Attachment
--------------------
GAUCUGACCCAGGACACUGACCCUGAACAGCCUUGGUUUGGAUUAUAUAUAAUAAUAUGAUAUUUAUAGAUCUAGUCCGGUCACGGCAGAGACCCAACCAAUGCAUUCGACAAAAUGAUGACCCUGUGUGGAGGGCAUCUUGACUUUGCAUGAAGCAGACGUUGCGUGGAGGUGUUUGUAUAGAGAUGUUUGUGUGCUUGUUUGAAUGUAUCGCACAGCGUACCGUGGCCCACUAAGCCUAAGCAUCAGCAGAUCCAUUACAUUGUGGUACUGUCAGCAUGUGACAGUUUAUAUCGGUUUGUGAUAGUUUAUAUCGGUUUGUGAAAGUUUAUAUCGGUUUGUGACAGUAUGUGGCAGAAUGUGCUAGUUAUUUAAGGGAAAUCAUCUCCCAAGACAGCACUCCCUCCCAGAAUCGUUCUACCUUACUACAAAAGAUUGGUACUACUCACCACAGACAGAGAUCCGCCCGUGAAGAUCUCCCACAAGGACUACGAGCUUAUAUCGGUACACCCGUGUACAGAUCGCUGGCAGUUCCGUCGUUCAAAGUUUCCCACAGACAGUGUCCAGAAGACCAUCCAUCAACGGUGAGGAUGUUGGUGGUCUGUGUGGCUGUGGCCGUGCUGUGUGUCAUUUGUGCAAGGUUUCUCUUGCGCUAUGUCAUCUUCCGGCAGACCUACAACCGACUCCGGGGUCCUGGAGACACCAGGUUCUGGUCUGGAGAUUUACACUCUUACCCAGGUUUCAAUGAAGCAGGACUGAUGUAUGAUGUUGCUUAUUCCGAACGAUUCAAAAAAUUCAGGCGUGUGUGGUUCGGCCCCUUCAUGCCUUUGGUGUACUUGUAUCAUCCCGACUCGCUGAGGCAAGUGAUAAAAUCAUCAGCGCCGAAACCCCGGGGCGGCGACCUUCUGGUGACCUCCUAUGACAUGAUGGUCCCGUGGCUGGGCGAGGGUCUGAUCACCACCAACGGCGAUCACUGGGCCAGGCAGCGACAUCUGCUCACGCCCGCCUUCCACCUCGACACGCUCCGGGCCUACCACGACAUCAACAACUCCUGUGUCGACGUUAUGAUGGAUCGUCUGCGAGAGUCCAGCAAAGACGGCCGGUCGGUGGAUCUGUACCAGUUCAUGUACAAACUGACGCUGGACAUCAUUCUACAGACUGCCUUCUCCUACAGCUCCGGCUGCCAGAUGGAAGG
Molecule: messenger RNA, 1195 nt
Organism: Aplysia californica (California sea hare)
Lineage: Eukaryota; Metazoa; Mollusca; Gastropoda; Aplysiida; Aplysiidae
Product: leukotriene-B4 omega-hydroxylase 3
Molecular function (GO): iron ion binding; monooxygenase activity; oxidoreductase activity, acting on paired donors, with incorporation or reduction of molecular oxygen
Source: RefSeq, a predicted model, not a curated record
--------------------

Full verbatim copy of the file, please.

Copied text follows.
GAUCUGACCCAGGACACUGACCCUGAACAGCCUUGGUUUGGAUUAUAUAUAAUAAUAUGAUAUUUAUAGAUCUAGUCCGGUCACGGCAGAGACCCAACCAAUGCAUUCGACAAAAUGAUGACCCUGUGUGGAGGGCAUCUUGACUUUGCAUGAAGCAGACGUUGCGUGGAGGUGUUUGUAUAGAGAUGUUUGUGUGCUUGUUUGAAUGUAUCGCACAGCGUACCGUGGCCCACUAAGCCUAAGCAUCAGCAGAUCCAUUACAUUGUGGUACUGUCAGCAUGUGACAGUUUAUAUCGGUUUGUGAUAGUUUAUAUCGGUUUGUGAAAGUUUAUAUCGGUUUGUGACAGUAUGUGGCAGAAUGUGCUAGUUAUUUAAGGGAAAUCAUCUCCCAAGACAGCACUCCCUCCCAGAAUCGUUCUACCUUACUACAAAAGAUUGGUACUACUCACCACAGACAGAGAUCCGCCCGUGAAGAUCUCCCACAAGGACUACGAGCUUAUAUCGGUACACCCGUGUACAGAUCGCUGGCAGUUCCGUCGUUCAAAGUUUCCCACAGACAGUGUCCAGAAGACCAUCCAUCAACGGUGAGGAUGUUGGUGGUCUGUGUGGCUGUGGCCGUGCUGUGUGUCAUUUGUGCAAGGUUUCUCUUGCGCUAUGUCAUCUUCCGGCAGACCUACAACCGACUCCGGGGUCCUGGAGACACCAGGUUCUGGUCUGGAGAUUUACACUCUUACCCAGGUUUCAAUGAAGCAGGACUGAUGUAUGAUGUUGCUUAUUCCGAACGAUUCAAAAAAUUCAGGCGUGUGUGGUUCGGCCCCUUCAUGCCUUUGGUGUACUUGUAUCAUCCCGACUCGCUGAGGCAAGUGAUAAAAUCAUCAGCGCCGAAACCCCGGGGCGGCGACCUUCUGGUGACCUCCUAUGACAUGAUGGUCCCGUGGCUGGGCGAGGGUCUGAUCACCACCAACGGCGAUCACUGGGCCAGGCAGCGACAUCUGCUCACGCCCGCCUUCCACCUCGACACGCUCCGGGCCUACCACGACAUCAACAACUCCUGUGUCGACGUUAUGAUGGAUCGUCUGCGAGAGUCCAGCAAAGACGGCCGGUCGGUGGAUCUGUACCAGUUCAUGUACAAACUGACGCUGGACAUCAUUCUACAGACUGCCUUCUCCUACAGCUCCGGCUGCCAGAUGGAAGG
Molecule: messenger RNA, 1195 nt
Organism: Aplysia californica (California sea hare)
Lineage: Eukaryota; Metazoa; Mollusca; Gastropoda; Aplysiida; Aplysiidae
Product: leukotriene-B4 omega-hydroxylase 3
Molecular function (GO): iron ion binding; monooxygenase activity; oxidoreductase activity, acting on paired donors, with incorporation or reduction of molecular oxygen
Source: RefSeq, a predicted model, not a curated record